A crucial question for IG is: what is the baseline prediction? For this text example, one option is to use the embedding vector corresponding to empty text. Some models take fixed length inputs by padding short sentences with a special “no word” token. In such cases, we can take the baseline as the embedding of a sentence with just “no word” tokens.
In many cases (a differentiable model with a gradient), you can use integrated gradients (IG) to get a more certain and possibly faster explanation of feature importance for a prediction. However, a Shapley-value-based method is required for other (non-differentiable) model types.
At Fiddler, we support both SHAP and IG. (Full disclosure: Ankur Taly, a co-author of IG, works at Fiddler, and is a co-author of this post.) Feel free to email email@example.com for more information, or just to say hi!
What does debugging look like in the new world of machine learning models? One way uses model explanations.
Machine learning (ML) models are popping up everywhere. There is a lot of technical innovation (e.g., deep learning, explainable AI) that has made them more accurate, more broadly applicable, and usable by more people in more business applications. The lists are everywhere: banking, healthcare, tech, all of the above.
In a deep learning neural network, instead of lines of code written by people, we are looking at possibly millions of weights linked together into an incomprehensible network. (picture credit)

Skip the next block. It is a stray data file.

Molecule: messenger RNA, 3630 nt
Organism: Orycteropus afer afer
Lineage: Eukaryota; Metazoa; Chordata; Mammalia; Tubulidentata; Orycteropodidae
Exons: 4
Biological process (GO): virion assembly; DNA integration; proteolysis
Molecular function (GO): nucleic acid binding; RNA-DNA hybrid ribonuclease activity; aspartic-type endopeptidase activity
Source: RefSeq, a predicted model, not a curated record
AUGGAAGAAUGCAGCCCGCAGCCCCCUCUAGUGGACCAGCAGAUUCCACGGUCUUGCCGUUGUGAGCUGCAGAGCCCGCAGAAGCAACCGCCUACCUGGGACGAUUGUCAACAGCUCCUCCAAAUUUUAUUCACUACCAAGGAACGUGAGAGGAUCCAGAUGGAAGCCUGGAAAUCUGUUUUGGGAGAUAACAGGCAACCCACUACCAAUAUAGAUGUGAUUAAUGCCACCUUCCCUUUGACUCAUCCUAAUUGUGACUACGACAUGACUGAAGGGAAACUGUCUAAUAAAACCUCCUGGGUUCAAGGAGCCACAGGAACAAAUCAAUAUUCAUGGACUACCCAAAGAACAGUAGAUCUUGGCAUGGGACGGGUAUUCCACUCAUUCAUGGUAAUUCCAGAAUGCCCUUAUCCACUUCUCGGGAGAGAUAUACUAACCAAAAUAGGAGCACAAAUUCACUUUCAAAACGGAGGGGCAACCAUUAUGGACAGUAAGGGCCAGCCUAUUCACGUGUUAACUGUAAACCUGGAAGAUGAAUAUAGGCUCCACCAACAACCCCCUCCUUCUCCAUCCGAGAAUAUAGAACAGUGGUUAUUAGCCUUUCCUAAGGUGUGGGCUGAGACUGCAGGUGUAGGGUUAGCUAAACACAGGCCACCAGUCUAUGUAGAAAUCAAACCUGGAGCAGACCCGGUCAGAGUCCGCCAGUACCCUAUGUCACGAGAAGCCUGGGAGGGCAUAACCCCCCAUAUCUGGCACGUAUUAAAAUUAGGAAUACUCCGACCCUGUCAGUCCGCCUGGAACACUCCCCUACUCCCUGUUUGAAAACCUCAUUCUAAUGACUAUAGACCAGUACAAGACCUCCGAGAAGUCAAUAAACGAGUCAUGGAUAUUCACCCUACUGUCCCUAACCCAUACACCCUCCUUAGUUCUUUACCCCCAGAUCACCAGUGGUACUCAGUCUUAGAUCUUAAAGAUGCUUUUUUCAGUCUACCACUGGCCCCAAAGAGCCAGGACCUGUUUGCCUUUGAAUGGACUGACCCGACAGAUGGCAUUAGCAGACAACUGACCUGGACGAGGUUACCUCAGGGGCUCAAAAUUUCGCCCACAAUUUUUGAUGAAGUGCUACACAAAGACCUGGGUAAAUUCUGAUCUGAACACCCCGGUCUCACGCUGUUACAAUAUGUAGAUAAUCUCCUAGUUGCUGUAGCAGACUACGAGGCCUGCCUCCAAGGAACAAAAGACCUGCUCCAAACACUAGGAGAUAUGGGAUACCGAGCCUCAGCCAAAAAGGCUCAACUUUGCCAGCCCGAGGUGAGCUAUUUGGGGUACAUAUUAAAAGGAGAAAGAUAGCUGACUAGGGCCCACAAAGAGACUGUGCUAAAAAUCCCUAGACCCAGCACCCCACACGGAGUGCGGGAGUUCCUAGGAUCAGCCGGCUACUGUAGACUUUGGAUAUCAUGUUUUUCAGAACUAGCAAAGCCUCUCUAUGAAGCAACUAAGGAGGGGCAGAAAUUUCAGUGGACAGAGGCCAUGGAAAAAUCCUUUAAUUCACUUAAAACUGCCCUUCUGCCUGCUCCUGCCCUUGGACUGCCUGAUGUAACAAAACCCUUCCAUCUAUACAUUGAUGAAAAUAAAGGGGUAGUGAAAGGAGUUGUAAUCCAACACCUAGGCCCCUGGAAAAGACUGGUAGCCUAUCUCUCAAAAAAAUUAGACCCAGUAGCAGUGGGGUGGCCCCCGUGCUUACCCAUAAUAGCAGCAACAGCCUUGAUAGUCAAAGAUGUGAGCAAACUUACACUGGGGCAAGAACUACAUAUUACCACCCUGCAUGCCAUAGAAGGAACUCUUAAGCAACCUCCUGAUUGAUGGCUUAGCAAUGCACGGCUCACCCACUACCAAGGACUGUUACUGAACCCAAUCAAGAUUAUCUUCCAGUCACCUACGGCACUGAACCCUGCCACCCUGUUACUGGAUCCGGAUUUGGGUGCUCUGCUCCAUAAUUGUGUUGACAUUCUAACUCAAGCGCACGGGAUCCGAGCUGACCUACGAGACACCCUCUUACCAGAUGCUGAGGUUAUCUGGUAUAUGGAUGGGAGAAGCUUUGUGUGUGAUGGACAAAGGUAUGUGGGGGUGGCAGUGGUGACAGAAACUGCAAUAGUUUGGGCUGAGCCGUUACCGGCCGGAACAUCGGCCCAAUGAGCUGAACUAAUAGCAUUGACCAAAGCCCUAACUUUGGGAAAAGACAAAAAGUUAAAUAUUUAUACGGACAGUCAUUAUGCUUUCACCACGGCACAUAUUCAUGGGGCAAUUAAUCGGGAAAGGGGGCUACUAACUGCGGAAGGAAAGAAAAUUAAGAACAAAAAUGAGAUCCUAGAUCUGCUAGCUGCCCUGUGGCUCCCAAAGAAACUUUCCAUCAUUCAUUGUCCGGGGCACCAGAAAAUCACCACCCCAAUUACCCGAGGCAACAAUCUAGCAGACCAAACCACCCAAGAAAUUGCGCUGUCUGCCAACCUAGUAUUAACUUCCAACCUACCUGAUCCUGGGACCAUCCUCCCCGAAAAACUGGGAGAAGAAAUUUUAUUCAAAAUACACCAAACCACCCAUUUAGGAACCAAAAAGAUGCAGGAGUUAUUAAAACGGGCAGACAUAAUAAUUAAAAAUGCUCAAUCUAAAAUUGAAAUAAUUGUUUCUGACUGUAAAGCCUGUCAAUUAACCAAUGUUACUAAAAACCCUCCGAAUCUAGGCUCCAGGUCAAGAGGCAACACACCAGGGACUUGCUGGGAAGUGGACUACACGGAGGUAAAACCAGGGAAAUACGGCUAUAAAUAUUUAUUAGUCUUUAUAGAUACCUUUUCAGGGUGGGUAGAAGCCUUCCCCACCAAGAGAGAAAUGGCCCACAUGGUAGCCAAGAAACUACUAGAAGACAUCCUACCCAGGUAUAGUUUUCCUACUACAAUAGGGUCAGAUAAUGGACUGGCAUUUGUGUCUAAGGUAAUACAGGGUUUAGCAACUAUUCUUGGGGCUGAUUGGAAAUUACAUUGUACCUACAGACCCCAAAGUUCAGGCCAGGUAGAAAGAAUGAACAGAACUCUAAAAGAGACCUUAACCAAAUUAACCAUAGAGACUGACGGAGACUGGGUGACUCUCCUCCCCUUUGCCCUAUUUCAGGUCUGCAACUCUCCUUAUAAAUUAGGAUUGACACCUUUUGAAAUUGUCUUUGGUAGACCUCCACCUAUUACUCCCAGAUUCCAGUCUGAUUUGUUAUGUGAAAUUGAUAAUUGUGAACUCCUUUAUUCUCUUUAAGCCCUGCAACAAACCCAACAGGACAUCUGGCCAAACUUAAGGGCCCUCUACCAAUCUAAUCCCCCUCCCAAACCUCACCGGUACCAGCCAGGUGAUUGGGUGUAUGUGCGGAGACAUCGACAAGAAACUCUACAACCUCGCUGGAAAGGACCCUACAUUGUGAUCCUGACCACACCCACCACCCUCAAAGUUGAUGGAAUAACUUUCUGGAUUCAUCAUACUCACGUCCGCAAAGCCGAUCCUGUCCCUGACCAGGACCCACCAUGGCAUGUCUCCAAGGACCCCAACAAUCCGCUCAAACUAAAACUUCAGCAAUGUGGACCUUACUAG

So how do we find bugs in this network? One way is to explain your model predictions. Let’s look at two types of bugs we can find through explanations (data leakage and data bias), illustrated with examples from predicting loan default. Both of these are actually data bugs, but a model summarizes the data, so they show up in the model.
Bug #1: data leakage
Most ML models are supervised. You choose a precise prediction goal (also called the “prediction target”), gather a dataset with features, and label each example with the target. Then you train a model to use the features to predict the target. Surprisingly often there are features in the dataset that relate to the prediction target but are not useful for prediction. For example, they might be added from the future (i.e. long after prediction time), or otherwise unavailable at prediction time.